Movement Organizing


26 March note: evidently April 10 in Fresno is off, and there’s talk about having a conference in LA instead April 17 or 24. The concerns about process and agenda – making this conference a productive one for the movement – stand.

Defendcapubliceducation (the “official” statewide March 4 blog) has finally posted official notice of the April 10 statewide conference in Fresno – a successor, I suppose, to the October 24 Conference, and a very important opportunity to talk about what’s next for the statewide movement after March 4.

The agenda:

Proposed structure of the conference

1) Demands
2) Action(s)
3) Breakouts
4) Reconvene
5) Open

See the rest of the motivation and structural proposal here.

Frankly – and this me speaking as an individual – I think this conference is incredibly important, and the structure proposed looks incredibly weak. Most importantly, there needs to be a structure for people to submit detailed proposals in advance for discussion. The thought of spending several hours listening to men trained in sectarian socialist modes of operation put forth more-radical-than-thou (or even more-intersectional-than-thou) proposals for demands brings me physical pain. Okay, that’s an exaggeration. It brings me intense psychic discomfort. And I say this as a socialist and as someone who thinks the term “sectarian” can be flung around in irresponsible ways. The problem is not socialists – organized socialists have played a vital, necessary role in this movement. The problem is sectarian, masculinist modes of communication that get amplified in a room full of 400 people and not-strong-enough facilitation. (more…)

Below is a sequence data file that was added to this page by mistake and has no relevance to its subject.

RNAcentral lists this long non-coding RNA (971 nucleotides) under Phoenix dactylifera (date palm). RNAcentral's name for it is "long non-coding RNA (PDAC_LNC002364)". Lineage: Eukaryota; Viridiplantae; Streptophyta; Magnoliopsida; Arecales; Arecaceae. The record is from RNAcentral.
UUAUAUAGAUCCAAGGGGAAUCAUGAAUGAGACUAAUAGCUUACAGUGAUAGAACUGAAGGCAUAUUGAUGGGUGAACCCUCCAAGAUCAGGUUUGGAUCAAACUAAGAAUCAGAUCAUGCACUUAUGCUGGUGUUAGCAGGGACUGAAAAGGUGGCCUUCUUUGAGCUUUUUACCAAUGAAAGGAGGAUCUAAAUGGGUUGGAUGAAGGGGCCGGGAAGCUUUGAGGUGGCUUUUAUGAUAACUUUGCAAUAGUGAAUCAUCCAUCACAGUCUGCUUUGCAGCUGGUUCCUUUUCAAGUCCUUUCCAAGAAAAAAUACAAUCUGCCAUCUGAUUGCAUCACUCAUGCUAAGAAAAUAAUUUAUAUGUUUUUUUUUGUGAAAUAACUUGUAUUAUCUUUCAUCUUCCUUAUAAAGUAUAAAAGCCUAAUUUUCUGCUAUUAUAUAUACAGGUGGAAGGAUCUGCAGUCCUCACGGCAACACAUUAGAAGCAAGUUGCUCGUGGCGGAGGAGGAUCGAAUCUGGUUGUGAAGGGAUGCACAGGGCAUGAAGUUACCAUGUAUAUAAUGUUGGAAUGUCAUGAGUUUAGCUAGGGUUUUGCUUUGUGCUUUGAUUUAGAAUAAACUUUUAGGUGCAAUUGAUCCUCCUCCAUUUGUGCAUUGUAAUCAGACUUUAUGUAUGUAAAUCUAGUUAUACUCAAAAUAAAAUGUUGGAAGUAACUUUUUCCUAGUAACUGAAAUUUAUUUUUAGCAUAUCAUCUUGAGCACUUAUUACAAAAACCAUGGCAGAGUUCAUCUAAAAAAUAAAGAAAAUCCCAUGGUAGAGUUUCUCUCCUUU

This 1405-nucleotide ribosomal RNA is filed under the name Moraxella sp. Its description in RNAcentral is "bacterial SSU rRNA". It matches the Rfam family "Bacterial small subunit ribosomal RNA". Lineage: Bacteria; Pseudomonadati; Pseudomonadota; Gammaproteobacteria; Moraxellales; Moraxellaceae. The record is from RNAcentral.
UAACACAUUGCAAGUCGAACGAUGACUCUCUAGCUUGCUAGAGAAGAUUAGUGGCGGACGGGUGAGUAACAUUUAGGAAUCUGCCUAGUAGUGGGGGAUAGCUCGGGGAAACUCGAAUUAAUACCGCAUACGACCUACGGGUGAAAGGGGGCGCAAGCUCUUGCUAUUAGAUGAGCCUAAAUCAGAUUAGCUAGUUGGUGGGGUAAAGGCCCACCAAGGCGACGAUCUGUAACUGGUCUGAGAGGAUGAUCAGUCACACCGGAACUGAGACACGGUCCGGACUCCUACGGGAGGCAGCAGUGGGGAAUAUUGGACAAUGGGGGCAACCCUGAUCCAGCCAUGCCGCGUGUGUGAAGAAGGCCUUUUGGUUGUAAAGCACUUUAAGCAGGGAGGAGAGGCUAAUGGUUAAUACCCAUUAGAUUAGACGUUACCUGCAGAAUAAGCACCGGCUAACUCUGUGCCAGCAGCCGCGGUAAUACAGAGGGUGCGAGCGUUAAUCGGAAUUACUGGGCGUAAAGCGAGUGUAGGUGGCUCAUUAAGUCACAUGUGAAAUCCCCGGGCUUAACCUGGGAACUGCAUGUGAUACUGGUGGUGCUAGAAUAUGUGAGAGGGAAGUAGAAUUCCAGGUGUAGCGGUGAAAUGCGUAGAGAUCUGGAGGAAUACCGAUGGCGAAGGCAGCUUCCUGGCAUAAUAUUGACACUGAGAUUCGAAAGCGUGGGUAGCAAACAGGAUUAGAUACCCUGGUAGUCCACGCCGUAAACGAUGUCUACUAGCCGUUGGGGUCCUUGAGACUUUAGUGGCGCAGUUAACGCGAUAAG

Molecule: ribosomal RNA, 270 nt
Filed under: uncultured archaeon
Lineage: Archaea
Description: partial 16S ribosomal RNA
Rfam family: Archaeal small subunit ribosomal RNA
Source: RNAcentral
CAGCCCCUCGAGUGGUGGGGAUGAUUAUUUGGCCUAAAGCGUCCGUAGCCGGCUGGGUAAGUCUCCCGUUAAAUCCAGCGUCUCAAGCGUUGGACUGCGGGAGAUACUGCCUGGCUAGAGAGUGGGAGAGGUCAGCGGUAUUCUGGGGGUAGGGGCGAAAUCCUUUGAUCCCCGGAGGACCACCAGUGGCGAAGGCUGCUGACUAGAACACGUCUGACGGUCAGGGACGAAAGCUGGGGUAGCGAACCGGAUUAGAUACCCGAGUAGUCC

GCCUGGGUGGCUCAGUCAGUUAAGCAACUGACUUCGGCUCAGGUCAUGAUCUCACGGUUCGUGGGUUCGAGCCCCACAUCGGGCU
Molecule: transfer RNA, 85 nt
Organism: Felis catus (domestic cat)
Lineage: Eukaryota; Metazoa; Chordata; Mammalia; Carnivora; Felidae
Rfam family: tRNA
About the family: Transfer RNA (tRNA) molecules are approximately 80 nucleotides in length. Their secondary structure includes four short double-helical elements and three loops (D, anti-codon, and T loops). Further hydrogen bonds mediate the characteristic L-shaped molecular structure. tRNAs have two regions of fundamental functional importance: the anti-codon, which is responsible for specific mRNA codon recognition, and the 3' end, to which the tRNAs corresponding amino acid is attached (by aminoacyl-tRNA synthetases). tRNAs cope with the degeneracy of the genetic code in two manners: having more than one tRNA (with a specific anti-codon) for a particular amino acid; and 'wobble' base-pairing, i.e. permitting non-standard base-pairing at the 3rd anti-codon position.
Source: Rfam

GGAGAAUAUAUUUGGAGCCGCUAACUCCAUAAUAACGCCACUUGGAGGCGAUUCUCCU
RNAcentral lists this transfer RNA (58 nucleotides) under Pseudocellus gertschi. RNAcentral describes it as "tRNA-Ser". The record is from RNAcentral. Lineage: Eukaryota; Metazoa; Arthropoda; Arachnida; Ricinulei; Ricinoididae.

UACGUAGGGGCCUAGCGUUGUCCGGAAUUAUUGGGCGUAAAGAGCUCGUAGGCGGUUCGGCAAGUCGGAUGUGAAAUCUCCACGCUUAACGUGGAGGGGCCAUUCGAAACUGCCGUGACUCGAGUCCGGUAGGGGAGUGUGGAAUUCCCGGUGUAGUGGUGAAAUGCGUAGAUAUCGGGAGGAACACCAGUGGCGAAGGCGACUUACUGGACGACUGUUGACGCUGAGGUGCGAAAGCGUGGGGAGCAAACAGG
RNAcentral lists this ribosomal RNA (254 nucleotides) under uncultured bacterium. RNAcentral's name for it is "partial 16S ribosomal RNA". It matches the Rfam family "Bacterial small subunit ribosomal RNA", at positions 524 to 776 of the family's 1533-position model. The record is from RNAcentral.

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The key to the success of March 4 at UCSC was in the details–the details of organizing.  James Illingworth explains how we did it in “What we learned on March 4.”

(via Socialist Worker)

But the strike pledge campaign was by far the most important aspect of outreach for March 4. For six weeks leading up to the strike, members of the Strike Committee went out all day, every day, and asked students to sign on to a pledge in support of the action. This gave us the opportunity to convince people that a strike would be possible, necessary and effective.

By the eve of March 4, we had collected around 2,000 signatures on the strike pledge and had talked to thousands more students about the plan for the day. We started to get a sense that this was going to be one of the biggest protests in UCSC’s recent history.

Read the full article.